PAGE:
Open Aye for Forestry Commission Scotland: Wellbeing of the Woods, 2017-present


Wellbeing of the Woods projects connect communities, woodlands and creativity for the benefit of people and the planet.

The sessions are feel-good group photo walks in urban forests where we come together, share experiences and focus on photographing nature.  In doing so, participants benefit from gentle exercise, creativity and social connections in the woods.

Open Aye and Scottish Forestry have been in partnership since 2017 running the Wellbeing of the Woods project to provide urban forest-based participatory photography workshops to a range of diverse groups in Scotland. The project’s aim is to sensitively facilitate creativity in urban forests to improve physical and mental health. Another major benefit of the project is enhancing peoples’ nature connectedness.

The WOW project is designed to provide people with varying needs a safe, natural and creative space to help improve their wellbeing. Open Aye has a long-held interest in how being creative in a natural environment can enhance personal wellbeing and a woodland setting, with participatory photography methodologies, has proven to have a profound impact on those involved. The project follows the New Economic Forum’s 5 Ways to Wellbeing model: Connect, Give, Be Active, Take Notice & Keep Learning. In addition, using creative methodologies in a woodland environment provides a natural sensory stimulation that fosters a calming state of meditative relaxation and invigoration. Open Aye believes that it is in this flow state that transformation can occur, improving personal wellbeing.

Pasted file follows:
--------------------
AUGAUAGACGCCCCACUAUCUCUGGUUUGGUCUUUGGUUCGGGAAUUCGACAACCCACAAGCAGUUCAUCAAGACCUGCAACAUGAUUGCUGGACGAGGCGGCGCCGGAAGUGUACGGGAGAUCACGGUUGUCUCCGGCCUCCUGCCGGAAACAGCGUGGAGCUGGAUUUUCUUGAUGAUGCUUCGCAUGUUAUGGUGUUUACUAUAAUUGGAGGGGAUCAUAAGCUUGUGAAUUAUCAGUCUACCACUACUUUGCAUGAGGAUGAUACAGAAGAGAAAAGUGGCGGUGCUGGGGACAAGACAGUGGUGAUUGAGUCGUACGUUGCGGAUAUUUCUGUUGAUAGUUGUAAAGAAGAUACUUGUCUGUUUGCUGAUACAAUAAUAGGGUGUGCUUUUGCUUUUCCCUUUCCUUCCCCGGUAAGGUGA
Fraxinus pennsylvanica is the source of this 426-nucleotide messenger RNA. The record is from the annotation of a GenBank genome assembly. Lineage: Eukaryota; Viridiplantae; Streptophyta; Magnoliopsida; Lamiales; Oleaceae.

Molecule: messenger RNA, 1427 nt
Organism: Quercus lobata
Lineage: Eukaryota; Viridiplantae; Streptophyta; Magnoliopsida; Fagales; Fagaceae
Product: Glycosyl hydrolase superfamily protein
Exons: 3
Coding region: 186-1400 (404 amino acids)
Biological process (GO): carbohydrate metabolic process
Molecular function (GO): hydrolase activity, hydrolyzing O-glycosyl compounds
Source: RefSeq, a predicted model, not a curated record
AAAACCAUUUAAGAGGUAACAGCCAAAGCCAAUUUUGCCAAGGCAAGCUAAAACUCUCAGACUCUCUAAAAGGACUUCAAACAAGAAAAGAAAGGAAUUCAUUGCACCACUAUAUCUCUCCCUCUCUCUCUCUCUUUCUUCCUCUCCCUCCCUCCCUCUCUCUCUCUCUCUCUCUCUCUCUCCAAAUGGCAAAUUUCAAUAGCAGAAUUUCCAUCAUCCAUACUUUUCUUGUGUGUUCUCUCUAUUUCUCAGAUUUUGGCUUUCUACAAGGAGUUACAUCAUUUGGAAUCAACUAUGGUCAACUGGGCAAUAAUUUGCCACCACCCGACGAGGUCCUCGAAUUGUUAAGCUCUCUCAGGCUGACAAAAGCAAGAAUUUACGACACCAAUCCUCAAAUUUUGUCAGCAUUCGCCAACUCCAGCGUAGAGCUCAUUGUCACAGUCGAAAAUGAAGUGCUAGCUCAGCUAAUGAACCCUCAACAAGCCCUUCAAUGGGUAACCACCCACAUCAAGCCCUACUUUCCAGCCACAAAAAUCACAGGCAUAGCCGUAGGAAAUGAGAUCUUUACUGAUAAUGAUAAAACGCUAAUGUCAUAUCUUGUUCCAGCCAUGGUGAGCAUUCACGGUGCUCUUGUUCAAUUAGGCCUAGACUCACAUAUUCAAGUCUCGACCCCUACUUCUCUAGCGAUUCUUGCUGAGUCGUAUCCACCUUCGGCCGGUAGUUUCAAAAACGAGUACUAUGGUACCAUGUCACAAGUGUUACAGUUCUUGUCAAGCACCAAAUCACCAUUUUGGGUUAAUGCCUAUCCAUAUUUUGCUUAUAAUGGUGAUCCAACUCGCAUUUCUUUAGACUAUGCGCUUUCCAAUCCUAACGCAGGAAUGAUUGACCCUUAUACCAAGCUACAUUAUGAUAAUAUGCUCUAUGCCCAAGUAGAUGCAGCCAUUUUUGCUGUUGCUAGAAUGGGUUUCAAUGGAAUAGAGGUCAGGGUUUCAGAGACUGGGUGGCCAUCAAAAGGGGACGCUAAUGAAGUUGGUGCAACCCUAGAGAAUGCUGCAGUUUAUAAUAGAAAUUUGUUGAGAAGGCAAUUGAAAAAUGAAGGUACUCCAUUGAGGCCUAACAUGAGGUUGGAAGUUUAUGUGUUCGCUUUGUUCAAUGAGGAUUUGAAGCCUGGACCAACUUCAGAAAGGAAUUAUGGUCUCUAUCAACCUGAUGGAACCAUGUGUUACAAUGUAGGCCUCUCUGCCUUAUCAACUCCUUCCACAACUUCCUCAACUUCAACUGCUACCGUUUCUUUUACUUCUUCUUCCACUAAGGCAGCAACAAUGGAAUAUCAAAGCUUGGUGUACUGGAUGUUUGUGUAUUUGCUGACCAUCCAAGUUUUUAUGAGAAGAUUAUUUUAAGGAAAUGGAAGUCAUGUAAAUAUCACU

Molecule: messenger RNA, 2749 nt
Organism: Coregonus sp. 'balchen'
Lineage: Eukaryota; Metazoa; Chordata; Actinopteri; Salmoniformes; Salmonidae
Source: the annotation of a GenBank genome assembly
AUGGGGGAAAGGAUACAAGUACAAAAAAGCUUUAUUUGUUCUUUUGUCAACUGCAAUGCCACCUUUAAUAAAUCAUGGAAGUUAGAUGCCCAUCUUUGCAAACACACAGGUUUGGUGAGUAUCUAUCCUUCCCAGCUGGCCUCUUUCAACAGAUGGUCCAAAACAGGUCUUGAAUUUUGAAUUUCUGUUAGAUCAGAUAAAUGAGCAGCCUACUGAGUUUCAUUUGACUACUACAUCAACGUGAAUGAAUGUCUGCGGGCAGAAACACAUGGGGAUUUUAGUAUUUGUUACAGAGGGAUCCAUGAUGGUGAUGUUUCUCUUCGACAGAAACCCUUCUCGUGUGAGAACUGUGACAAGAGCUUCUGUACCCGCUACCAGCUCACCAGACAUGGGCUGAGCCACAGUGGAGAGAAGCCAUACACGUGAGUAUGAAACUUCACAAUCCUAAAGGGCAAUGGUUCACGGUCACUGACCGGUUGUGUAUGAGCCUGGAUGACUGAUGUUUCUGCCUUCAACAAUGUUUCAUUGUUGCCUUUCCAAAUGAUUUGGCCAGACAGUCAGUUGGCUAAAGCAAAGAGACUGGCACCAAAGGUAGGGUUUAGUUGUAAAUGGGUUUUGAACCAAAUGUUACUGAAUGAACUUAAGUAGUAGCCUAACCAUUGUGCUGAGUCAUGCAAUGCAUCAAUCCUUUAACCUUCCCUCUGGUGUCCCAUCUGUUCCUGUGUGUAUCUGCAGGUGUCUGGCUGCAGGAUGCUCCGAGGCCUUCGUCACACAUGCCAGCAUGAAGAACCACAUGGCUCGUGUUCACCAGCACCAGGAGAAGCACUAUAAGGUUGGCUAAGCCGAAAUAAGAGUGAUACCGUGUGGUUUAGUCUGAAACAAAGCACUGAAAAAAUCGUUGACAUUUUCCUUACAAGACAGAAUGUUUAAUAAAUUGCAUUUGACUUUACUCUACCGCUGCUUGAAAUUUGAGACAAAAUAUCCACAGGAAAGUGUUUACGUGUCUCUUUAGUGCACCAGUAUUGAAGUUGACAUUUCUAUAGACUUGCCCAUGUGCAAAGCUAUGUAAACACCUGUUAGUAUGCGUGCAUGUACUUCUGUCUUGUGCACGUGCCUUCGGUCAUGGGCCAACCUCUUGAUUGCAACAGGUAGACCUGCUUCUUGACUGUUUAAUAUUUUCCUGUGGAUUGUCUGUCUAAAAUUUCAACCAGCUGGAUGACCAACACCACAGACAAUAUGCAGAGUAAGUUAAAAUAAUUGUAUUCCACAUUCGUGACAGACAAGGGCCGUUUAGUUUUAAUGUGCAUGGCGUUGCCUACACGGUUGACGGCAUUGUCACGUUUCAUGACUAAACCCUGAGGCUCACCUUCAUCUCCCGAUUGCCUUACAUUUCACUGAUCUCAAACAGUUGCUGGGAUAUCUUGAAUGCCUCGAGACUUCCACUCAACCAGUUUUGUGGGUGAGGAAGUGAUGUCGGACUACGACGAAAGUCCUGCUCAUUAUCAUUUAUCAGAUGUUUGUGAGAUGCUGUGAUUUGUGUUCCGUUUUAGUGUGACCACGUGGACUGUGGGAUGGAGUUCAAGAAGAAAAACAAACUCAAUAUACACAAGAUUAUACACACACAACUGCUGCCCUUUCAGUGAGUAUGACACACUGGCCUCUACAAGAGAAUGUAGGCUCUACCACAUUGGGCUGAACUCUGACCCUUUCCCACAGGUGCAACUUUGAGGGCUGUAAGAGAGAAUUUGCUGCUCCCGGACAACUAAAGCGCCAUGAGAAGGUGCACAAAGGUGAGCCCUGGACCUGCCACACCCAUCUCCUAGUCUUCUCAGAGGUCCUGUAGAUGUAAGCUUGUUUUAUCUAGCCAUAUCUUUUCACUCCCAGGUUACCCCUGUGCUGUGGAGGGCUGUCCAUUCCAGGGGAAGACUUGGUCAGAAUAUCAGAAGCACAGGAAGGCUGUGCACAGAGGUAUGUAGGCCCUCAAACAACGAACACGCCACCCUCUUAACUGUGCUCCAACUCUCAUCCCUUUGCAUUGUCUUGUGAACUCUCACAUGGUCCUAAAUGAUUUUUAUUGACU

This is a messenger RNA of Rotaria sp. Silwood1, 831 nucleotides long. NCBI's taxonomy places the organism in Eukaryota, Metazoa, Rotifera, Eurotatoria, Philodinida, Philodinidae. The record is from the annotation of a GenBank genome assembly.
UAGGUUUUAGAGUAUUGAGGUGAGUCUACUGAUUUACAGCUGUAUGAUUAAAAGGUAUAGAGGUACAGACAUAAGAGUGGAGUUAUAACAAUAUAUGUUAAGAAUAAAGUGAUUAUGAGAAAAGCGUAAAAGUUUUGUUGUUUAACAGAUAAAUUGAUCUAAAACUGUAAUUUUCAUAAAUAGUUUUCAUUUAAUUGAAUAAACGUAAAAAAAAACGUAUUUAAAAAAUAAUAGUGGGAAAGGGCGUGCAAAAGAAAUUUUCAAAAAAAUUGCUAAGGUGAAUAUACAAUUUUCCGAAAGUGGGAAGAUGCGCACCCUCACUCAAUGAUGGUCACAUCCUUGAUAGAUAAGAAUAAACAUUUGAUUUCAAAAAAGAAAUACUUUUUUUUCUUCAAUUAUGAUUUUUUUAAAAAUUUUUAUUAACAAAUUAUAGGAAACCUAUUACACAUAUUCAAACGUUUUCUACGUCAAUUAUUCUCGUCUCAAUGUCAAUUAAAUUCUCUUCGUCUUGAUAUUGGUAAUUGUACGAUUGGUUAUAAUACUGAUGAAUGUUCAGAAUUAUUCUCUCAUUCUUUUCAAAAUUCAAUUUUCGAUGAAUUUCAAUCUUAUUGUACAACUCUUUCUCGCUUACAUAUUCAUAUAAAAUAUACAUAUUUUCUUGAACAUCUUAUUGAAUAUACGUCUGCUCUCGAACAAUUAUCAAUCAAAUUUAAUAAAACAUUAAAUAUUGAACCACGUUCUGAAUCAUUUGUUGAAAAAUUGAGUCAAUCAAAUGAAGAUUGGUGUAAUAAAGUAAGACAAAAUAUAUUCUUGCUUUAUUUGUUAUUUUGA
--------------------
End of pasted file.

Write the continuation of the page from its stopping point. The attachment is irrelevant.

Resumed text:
To date, around 400 people from over 25 countries have taken part in hundreds of visits to green spaces, mostly in Glasgow but also across Scotland.

Participants are mostly recruited from partner organisations, including Glasgow Association of Mental Health, Scottish Refugee Council, The British Red Cross, Aberlour Scottish Guardianship Service, Al Massar group in Falkirk, SRC Befriending Service, Waverly Care Charity and the Voices UK project. In addition, we also regularly work with the Scottish Mental Health and Arts Festival to present and promote participants work. Sustained benefits of this creative woodland groupwork methodology include increasing the ability to see things from a different perspective, creating positive memories, enhancing and recalling positive memories, fostering interpersonal relationships, improving self-esteem, personal growth and environmental stewardship.

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